Setting up CI/CD for GKE with Jenkins

Jenkins is an open source tool for Continuous Integration and Deployment that makes building and testing your applications easier and faster with automation.

The reason for this article is to demo the setup of a build job on your existing Jenkins machine which deploys to a Google Kubernetes Engine (GKE) cluster without having to setup another machine on GKE.

GKE

Google Kubernetes Engine is a cluster orchestration and management service by Google to help deploy and scale your Docker containers and container clusters running on Google Cloud Services. This is based on Google’s open source container management system Kubernetes and it allows you to interact with your cluster which inherently consists of a group of Compute Instances. A cluster can have multiple node pools where each node pool contains multiple nodes. Furthermore, a node is capable of serving multiple workloads and each of these workloads contain multiple pods. A pod contains the container which runs your build image. Here’s a handy comic to make you understand some of the core concepts of GKE and the features it offers.

Prerequisites

  • GKE Cluster running on any region
  • Jenkins server
  • A Docker Image in Google Container Registry (GCR)

Prepare Jenkins Machine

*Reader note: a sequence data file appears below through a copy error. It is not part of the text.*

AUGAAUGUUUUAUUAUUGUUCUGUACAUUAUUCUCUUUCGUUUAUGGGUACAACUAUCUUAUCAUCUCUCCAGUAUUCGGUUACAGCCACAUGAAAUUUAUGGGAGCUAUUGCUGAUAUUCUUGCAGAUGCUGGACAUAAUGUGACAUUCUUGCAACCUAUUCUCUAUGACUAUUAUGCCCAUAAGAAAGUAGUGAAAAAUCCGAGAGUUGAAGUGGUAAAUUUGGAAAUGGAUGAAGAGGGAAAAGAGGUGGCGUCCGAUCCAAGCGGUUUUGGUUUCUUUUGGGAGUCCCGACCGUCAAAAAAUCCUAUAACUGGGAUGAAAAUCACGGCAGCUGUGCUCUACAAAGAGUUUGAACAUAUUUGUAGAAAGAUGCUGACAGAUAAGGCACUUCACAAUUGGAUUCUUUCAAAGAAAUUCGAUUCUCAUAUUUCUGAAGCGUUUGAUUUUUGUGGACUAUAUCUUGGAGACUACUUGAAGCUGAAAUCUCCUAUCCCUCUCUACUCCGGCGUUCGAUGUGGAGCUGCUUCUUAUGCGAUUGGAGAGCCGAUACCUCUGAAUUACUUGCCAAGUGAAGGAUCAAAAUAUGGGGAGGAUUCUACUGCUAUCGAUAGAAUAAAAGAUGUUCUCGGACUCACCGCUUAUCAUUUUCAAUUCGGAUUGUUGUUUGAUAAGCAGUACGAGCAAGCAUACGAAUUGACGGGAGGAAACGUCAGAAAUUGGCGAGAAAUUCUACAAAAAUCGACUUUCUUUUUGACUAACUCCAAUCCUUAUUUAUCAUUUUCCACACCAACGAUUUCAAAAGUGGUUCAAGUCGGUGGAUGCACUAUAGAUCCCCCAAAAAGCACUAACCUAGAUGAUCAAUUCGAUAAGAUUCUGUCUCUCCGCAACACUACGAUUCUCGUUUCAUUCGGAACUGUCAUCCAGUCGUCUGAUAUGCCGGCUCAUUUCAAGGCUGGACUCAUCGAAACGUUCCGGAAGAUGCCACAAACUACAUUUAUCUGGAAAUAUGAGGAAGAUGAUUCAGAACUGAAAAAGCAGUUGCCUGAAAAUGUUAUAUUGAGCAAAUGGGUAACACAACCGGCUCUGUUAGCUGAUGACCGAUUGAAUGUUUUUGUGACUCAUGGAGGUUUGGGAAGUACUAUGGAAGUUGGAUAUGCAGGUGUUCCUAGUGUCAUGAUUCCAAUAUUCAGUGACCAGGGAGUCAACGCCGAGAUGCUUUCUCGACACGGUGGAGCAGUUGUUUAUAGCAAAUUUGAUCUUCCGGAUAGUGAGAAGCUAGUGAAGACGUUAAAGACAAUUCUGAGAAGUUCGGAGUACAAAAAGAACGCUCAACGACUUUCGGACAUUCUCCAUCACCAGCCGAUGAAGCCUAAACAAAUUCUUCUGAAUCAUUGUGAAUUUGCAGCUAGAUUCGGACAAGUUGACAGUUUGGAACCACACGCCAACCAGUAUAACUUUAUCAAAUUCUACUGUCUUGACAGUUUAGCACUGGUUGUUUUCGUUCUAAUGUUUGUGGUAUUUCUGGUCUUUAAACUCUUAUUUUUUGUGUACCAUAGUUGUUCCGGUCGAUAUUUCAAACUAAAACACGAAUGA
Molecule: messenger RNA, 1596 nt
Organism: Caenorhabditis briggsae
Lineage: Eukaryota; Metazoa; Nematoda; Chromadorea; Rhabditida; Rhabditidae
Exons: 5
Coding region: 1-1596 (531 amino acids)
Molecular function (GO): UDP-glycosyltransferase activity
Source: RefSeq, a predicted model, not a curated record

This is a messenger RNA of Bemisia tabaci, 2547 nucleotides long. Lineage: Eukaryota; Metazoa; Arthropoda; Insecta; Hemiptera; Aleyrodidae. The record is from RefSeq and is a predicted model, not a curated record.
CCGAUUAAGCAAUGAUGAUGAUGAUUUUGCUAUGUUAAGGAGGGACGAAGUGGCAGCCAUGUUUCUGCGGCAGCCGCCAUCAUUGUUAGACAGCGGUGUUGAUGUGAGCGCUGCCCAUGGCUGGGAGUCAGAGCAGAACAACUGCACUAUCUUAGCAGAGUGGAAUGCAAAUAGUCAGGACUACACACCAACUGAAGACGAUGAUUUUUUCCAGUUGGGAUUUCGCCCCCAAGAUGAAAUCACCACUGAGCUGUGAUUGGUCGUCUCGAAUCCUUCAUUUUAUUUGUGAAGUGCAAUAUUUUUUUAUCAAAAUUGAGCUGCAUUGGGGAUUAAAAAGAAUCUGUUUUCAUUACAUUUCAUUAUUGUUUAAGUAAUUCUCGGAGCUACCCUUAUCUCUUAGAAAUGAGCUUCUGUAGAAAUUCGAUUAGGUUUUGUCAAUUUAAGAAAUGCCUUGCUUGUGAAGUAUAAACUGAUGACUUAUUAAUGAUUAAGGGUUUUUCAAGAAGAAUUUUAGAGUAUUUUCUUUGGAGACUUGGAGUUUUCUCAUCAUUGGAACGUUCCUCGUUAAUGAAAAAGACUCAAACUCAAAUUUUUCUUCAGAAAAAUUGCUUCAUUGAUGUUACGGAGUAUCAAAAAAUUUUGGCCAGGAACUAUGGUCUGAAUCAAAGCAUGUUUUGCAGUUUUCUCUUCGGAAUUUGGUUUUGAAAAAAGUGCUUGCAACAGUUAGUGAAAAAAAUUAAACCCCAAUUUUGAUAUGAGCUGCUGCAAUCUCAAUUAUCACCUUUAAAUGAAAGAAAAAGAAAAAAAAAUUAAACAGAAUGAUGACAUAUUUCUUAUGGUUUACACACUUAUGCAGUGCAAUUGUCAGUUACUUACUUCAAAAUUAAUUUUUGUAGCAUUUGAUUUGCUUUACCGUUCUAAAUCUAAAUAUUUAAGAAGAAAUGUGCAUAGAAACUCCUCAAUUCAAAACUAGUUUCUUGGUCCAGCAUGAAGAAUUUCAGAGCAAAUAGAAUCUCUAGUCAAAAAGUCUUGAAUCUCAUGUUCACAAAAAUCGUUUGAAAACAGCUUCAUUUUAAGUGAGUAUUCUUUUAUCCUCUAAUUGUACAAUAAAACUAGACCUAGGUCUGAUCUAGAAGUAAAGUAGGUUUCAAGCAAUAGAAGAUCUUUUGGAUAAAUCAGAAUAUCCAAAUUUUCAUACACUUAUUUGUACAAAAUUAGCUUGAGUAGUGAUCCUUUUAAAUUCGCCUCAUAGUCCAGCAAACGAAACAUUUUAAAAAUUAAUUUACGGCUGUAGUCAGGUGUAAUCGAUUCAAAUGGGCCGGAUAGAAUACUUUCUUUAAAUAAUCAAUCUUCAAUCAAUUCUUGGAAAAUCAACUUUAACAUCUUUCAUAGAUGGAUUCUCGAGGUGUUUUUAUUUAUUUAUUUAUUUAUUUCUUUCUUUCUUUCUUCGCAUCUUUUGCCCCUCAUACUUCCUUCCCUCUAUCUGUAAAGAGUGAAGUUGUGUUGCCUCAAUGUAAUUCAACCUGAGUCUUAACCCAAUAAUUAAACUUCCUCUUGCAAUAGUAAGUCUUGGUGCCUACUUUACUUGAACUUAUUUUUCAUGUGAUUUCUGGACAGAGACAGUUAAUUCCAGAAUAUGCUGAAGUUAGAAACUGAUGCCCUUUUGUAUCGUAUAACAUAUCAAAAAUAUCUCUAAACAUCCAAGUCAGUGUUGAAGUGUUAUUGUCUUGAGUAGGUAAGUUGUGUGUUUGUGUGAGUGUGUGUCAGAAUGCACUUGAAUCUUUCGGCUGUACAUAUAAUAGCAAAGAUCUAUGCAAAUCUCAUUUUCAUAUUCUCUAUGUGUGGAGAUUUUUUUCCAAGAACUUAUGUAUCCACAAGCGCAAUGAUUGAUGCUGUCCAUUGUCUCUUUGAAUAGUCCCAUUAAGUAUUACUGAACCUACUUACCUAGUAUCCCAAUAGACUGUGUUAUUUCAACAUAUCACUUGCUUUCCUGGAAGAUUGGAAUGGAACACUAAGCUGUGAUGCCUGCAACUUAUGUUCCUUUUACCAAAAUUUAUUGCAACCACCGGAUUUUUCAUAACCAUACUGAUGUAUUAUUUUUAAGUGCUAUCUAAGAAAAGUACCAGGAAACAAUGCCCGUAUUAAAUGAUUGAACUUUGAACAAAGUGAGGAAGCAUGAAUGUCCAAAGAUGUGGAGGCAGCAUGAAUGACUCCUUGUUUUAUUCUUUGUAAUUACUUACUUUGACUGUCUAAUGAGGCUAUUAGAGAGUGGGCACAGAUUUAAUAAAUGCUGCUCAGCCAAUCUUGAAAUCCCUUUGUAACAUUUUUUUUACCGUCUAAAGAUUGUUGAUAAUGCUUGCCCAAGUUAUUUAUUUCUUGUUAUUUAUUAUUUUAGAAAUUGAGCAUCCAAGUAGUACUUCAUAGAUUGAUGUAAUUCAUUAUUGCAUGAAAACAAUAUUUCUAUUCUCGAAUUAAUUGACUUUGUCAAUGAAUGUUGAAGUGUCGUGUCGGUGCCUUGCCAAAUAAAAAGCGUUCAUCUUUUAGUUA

• Login to GCP and create a service account with the following permissions and download the JSON credentials:
    – Cloudbuild Admin or Cloudbuild Service Account
    – Kubernetes Engine Admin/Service Account
    – Storage Admin
    – Cloud Run Admin
  • SSH into your Jenkins Server and login as jenkins user. If the user is not present, you can add it by using:

adduser jenkins sudo
sudo passwd jenkins #If no password set for jenkins user
sudo -u jenkins /bin/bash #to switch to jenkins user

Installation

If you have trouble using these commands without sudo from Jenkins user,
refer to Step 2 of the link above on how to execute the docker command without sudo.

GCloud Configuration

  • Set project

gcloud config set project <project-name>

  • Activate the service account created above:

gcloud auth activate-service-account account_name --key-file [KEY_FILE]

The key file is the JSON file downloaded after the creation of service account.

  • To connect to the cluster, ~/.kube should have a config YAML for the cluster. For this, go to Kuberenetes cluster, click connect and copy the command, execute it from Jenkins user:

gcloud container clusters get-credentials <cluster-name> --zone <zone-name> --project <project-name>

Verify that the credentials are working by running any kubectl command, eg, kubectl get deployment

  • To register gcloud as the docker credential helper:

gcloud auth configure-docker

Kubernetes Setup

This step can be skipped if you are using an existing cluster with a deployment running.

Cluster Creation

  • Go to GCP and search for Kubernetes Engine on the left side panel. In the opened view, click on Clusters from the sidebar and click create new.
  • In create view, select an appropriate name for your cluster and from the left panel, select node pool and add machine configuration. You can enable autoscaling, select minimum/maximum number of nodes to scale, and limit maximum number of pods in one node.